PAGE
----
Monthly Archives: September 2018

The Sino-American Challenge to Multilateralism

Rasheed J. Griffith, Guest Contributor

Nations don’t trade. Metaphors can both clarify and deceive. Trade is no exception. The current commentary on trade relationships between nations has elevated the commercial profit-loss mechanisms of international trade to an abstract state level apparatus. When we say states trade what we really mean is the firms in different states have commercial relationships. Firms have a singular motive: to make profit. Similarly to making the individual-firm distinction, we must always remember to make the state-firm distinction. This distinction is further amplified when we are discussing large economy states. They too have a singular motive: geopolitical dominance.

The persistent US trade deficit with China implies that US consumers are able to buy cheaper goods from China. But it is also a signal of the erosion of the US global geopolitical dominance caused by economic decline. In the US economy financial goods are replacing physical goods. The chart below shows the increase in the financial component of US GDP relative to manufacturing.

Americasfireeconomy

Stock market capitalization of the US relative to GDP is 153%. For China it is 65% and Germany 54%. I am familiar with arguments that claim this is not problematic because countries trust the US markets most.

The 2008 financial crisis gave a glimpse of what could happen to the US economy if the financial sector collapsed.

The US government was barely able to patch up the financial markets by using excessive money creation and debt redistribution (i.e quantitative easing) in 2008. This was a necessary move but it means the Federal Reserve System balance sheet is now bloated. In another crisis, quantitative easing will likely not be effective. At that point, the money and capital markets of the US will no longer be as attractive in the long term, resulting in the dollar losing its global reserve currency status. At this point, the geopolitical dominance of US will weaken. And the main adversary (which is now China) will strive to make sure the US remains in a weakened position.

Very few people seem to understand this. But the Communist Party of China (CCP) understands. In 1999, two colonels of the People’s Liberation Army published Unrestricted Warfare[1]. The book gave strategies for defeating the USA without direct conventional military engagement. One of the core strategies was the use economic policies to eat away at the US economy. Having China being the core manufacturing hub of the world was one such strategy. This was made explicit with the ‘Made in China 2025’ policy recently launched by the CCP[2].

China did not achieve its spectacular growth through free trade. All of China’s trade is managed by the CCP. When discussing the USA-China trade relationship we must always acknowledge that China has an authoritarian government that will create and implement policies that they believe will benefit China irrespective of what the Chinese citizens think or what multilateral organizations demand. When China ascended to the WTO in 2001 it was naively expected that China would conform to the rules of that organization. Authoritarian governments, however, do not follow neoliberal rules.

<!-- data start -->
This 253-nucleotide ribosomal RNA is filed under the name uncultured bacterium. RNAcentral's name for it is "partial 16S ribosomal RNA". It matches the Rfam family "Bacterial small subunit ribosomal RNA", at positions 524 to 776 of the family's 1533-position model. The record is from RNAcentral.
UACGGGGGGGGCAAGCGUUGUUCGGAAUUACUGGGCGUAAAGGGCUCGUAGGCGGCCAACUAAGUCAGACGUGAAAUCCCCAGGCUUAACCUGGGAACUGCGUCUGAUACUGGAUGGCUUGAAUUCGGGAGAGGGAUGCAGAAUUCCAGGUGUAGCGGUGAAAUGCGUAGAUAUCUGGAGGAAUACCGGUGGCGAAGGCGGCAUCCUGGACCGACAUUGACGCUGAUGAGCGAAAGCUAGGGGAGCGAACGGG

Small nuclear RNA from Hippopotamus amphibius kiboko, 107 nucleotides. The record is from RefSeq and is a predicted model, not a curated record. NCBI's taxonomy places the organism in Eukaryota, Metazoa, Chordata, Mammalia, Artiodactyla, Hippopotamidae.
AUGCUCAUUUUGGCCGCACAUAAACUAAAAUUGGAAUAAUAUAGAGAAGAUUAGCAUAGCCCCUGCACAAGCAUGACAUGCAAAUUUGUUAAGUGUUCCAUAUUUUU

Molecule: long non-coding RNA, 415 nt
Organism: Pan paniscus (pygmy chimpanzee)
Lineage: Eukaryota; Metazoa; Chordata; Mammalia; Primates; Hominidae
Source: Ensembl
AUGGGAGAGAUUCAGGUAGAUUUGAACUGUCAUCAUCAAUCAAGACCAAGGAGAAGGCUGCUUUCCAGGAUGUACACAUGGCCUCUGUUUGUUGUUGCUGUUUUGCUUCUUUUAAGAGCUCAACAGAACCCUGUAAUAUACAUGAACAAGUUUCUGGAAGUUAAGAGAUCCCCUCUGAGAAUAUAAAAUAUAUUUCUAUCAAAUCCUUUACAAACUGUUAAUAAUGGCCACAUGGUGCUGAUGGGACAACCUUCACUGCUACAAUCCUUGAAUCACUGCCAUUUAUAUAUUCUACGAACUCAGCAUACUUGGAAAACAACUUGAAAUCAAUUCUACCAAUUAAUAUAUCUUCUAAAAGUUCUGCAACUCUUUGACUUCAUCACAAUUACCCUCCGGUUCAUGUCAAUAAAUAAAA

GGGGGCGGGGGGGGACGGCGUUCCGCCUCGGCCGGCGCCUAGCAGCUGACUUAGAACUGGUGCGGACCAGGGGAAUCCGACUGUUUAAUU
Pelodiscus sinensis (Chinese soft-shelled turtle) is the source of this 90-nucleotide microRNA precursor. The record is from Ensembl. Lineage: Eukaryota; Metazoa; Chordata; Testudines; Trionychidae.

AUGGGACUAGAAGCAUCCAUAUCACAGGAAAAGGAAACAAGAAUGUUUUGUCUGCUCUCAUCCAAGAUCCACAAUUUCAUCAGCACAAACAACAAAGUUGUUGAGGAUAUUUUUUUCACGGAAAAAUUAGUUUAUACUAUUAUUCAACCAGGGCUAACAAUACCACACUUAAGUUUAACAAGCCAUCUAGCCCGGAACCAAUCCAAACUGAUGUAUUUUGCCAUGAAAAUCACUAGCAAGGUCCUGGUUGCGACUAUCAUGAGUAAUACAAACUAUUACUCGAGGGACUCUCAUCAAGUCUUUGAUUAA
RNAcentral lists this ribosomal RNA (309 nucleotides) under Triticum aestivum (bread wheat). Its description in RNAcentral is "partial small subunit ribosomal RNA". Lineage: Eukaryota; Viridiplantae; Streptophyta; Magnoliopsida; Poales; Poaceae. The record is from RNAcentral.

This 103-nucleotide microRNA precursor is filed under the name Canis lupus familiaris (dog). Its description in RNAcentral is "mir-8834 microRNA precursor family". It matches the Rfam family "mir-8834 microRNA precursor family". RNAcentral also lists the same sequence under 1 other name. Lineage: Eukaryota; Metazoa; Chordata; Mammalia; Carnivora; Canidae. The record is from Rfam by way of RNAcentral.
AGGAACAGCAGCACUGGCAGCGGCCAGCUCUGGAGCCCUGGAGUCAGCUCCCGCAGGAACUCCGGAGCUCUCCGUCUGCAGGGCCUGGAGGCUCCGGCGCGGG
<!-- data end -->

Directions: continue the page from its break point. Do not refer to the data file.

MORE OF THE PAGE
Starting around 1978 under Deng Xiaoping, the CCP began their reforms from Soviet style system wide planning to state capitalism directed by large and powerful state owned enterprises (SOEs)[3]. Although China ascended to the WTO in 2001, this model never changed. On the Fortune 500 list of largest global companies, China comes in a close second (120) behind the US (126). Japan (52) is quite far behind. But what is shocking is that 93% of the Chinese firms on the list are SOEs. The CCP heavily subsidies their SOEs, and creates rules specifically favorable to them; to the detriment of foreign entities.

The USTR Section 301 report identified several instances where China has violated the WTO rules to which it signed in 2001. These concern trading rights, import regulations, export regulations, intellectual property rights, technology transfer, foreign investment, and so on[4]. The US has complained to the WTO about China on 22 occasions and China has still persisted in violating the rules. The White House Office of Trade and Manufacturing report goes on the dissect the persistent economic aggressions of China[5].

What choice does the US have if it is not able to deal with China through WTO processes? Multilateral processes only work if everyone agrees to adhere to the same rules. Of course , though, these rules were largely set by the US. In dealing with China, the WTO is absolutely ineffective. There is no democratic fallout if China refuses to acknowledge multilateral rules (as seen explicitly in China’s absolute refusal to acknowledge the Philippine’s win in the Hague in matter of the West Philippines Sea/South China Sea). It is likely that any strong ruling in the WTO against China will similarly fall on deaf ears. (Similarly the US has substantially disregarded a WTO ruling after losing a case to Antigua).